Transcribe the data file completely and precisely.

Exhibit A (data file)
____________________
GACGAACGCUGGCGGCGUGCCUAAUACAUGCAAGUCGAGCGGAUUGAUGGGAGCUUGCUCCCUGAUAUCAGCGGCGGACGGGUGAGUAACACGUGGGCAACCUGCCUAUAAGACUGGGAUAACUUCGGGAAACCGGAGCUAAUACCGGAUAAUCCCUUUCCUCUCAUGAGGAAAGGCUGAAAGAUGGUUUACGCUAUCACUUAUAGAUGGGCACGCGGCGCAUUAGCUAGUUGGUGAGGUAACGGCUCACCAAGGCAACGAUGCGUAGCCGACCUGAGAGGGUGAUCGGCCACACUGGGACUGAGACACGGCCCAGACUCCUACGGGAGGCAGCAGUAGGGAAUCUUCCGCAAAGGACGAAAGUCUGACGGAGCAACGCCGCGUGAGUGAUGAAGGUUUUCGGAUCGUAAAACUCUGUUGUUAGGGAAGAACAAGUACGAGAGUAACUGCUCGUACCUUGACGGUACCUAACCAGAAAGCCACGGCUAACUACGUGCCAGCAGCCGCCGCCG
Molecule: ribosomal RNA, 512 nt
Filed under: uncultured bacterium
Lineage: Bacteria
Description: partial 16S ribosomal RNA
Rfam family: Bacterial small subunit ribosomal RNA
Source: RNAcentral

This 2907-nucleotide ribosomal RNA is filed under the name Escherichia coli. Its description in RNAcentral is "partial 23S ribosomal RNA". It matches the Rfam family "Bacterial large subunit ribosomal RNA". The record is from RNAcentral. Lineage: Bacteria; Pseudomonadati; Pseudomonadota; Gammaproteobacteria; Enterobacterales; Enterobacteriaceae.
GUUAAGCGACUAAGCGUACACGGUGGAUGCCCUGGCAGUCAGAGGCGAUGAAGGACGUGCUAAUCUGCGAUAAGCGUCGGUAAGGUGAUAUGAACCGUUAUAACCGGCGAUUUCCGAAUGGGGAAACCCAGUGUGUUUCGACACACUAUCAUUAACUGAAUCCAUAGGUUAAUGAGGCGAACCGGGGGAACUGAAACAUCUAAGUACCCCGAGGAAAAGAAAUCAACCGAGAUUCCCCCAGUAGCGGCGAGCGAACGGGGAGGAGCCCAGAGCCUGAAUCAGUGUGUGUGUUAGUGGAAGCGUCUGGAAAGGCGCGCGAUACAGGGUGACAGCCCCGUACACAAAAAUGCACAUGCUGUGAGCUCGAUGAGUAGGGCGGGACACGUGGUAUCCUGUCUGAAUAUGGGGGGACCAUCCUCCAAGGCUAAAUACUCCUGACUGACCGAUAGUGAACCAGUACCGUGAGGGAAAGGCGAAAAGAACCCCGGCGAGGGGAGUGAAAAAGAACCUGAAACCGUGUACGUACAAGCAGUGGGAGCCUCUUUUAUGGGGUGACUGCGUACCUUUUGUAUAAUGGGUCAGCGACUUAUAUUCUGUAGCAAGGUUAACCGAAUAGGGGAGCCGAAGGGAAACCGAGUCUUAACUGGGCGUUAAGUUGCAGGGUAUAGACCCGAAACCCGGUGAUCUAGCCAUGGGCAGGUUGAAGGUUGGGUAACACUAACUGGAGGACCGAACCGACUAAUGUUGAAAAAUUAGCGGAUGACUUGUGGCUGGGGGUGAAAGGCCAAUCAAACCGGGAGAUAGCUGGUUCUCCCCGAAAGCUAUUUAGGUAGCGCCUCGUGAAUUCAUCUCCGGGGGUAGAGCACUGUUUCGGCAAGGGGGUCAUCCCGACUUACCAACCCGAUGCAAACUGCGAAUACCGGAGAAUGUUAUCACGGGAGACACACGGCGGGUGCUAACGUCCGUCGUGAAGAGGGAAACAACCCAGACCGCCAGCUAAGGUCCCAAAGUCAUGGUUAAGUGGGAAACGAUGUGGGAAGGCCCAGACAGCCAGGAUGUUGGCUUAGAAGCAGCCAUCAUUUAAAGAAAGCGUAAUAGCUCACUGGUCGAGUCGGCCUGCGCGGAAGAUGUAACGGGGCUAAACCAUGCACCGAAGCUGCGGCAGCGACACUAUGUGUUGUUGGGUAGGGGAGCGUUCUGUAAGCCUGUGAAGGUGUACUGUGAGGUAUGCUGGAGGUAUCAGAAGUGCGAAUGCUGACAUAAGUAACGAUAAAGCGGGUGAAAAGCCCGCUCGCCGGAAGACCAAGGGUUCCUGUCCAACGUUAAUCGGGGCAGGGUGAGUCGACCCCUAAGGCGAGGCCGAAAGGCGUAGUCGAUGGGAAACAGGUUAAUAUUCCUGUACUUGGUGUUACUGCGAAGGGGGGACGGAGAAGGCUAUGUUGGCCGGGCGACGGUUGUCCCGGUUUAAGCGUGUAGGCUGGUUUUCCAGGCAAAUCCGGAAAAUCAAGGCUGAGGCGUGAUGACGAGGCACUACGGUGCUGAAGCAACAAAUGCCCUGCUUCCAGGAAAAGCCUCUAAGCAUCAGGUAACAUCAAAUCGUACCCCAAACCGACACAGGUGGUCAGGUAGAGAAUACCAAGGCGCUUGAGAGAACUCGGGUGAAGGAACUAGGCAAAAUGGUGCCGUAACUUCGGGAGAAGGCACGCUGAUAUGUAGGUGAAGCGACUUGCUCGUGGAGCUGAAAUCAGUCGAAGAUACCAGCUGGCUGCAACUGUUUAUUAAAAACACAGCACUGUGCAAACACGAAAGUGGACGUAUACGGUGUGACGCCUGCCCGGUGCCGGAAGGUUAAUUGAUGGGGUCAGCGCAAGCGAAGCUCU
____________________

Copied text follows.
GACGAACGCUGGCGGCGUGCCUAAUACAUGCAAGUCGAGCGGAUUGAUGGGAGCUUGCUCCCUGAUAUCAGCGGCGGACGGGUGAGUAACACGUGGGCAACCUGCCUAUAAGACUGGGAUAACUUCGGGAAACCGGAGCUAAUACCGGAUAAUCCCUUUCCUCUCAUGAGGAAAGGCUGAAAGAUGGUUUACGCUAUCACUUAUAGAUGGGCACGCGGCGCAUUAGCUAGUUGGUGAGGUAACGGCUCACCAAGGCAACGAUGCGUAGCCGACCUGAGAGGGUGAUCGGCCACACUGGGACUGAGACACGGCCCAGACUCCUACGGGAGGCAGCAGUAGGGAAUCUUCCGCAAAGGACGAAAGUCUGACGGAGCAACGCCGCGUGAGUGAUGAAGGUUUUCGGAUCGUAAAACUCUGUUGUUAGGGAAGAACAAGUACGAGAGUAACUGCUCGUACCUUGACGGUACCUAACCAGAAAGCCACGGCUAACUACGUGCCAGCAGCCGCCGCCG
Molecule: ribosomal RNA, 512 nt
Filed under: uncultured bacterium
Lineage: Bacteria
Description: partial 16S ribosomal RNA
Rfam family: Bacterial small subunit ribosomal RNA
Source: RNAcentral

This 2907-nucleotide ribosomal RNA is filed under the name Escherichia coli. Its description in RNAcentral is "partial 23S ribosomal RNA". It matches the Rfam family "Bacterial large subunit ribosomal RNA". The record is from RNAcentral. Lineage: Bacteria; Pseudomonadati; Pseudomonadota; Gammaproteobacteria; Enterobacterales; Enterobacteriaceae.
GUUAAGCGACUAAGCGUACACGGUGGAUGCCCUGGCAGUCAGAGGCGAUGAAGGACGUGCUAAUCUGCGAUAAGCGUCGGUAAGGUGAUAUGAACCGUUAUAACCGGCGAUUUCCGAAUGGGGAAACCCAGUGUGUUUCGACACACUAUCAUUAACUGAAUCCAUAGGUUAAUGAGGCGAACCGGGGGAACUGAAACAUCUAAGUACCCCGAGGAAAAGAAAUCAACCGAGAUUCCCCCAGUAGCGGCGAGCGAACGGGGAGGAGCCCAGAGCCUGAAUCAGUGUGUGUGUUAGUGGAAGCGUCUGGAAAGGCGCGCGAUACAGGGUGACAGCCCCGUACACAAAAAUGCACAUGCUGUGAGCUCGAUGAGUAGGGCGGGACACGUGGUAUCCUGUCUGAAUAUGGGGGGACCAUCCUCCAAGGCUAAAUACUCCUGACUGACCGAUAGUGAACCAGUACCGUGAGGGAAAGGCGAAAAGAACCCCGGCGAGGGGAGUGAAAAAGAACCUGAAACCGUGUACGUACAAGCAGUGGGAGCCUCUUUUAUGGGGUGACUGCGUACCUUUUGUAUAAUGGGUCAGCGACUUAUAUUCUGUAGCAAGGUUAACCGAAUAGGGGAGCCGAAGGGAAACCGAGUCUUAACUGGGCGUUAAGUUGCAGGGUAUAGACCCGAAACCCGGUGAUCUAGCCAUGGGCAGGUUGAAGGUUGGGUAACACUAACUGGAGGACCGAACCGACUAAUGUUGAAAAAUUAGCGGAUGACUUGUGGCUGGGGGUGAAAGGCCAAUCAAACCGGGAGAUAGCUGGUUCUCCCCGAAAGCUAUUUAGGUAGCGCCUCGUGAAUUCAUCUCCGGGGGUAGAGCACUGUUUCGGCAAGGGGGUCAUCCCGACUUACCAACCCGAUGCAAACUGCGAAUACCGGAGAAUGUUAUCACGGGAGACACACGGCGGGUGCUAACGUCCGUCGUGAAGAGGGAAACAACCCAGACCGCCAGCUAAGGUCCCAAAGUCAUGGUUAAGUGGGAAACGAUGUGGGAAGGCCCAGACAGCCAGGAUGUUGGCUUAGAAGCAGCCAUCAUUUAAAGAAAGCGUAAUAGCUCACUGGUCGAGUCGGCCUGCGCGGAAGAUGUAACGGGGCUAAACCAUGCACCGAAGCUGCGGCAGCGACACUAUGUGUUGUUGGGUAGGGGAGCGUUCUGUAAGCCUGUGAAGGUGUACUGUGAGGUAUGCUGGAGGUAUCAGAAGUGCGAAUGCUGACAUAAGUAACGAUAAAGCGGGUGAAAAGCCCGCUCGCCGGAAGACCAAGGGUUCCUGUCCAACGUUAAUCGGGGCAGGGUGAGUCGACCCCUAAGGCGAGGCCGAAAGGCGUAGUCGAUGGGAAACAGGUUAAUAUUCCUGUACUUGGUGUUACUGCGAAGGGGGGACGGAGAAGGCUAUGUUGGCCGGGCGACGGUUGUCCCGGUUUAAGCGUGUAGGCUGGUUUUCCAGGCAAAUCCGGAAAAUCAAGGCUGAGGCGUGAUGACGAGGCACUACGGUGCUGAAGCAACAAAUGCCCUGCUUCCAGGAAAAGCCUCUAAGCAUCAGGUAACAUCAAAUCGUACCCCAAACCGACACAGGUGGUCAGGUAGAGAAUACCAAGGCGCUUGAGAGAACUCGGGUGAAGGAACUAGGCAAAAUGGUGCCGUAACUUCGGGAGAAGGCACGCUGAUAUGUAGGUGAAGCGACUUGCUCGUGGAGCUGAAAUCAGUCGAAGAUACCAGCUGGCUGCAACUGUUUAUUAAAAACACAGCACUGUGCAAACACGAAAGUGGACGUAUACGGUGUGACGCCUGCCCGGUGCCGGAAGGUUAAUUGAUGGGGUCAGCGCAAGCGAAGCUCU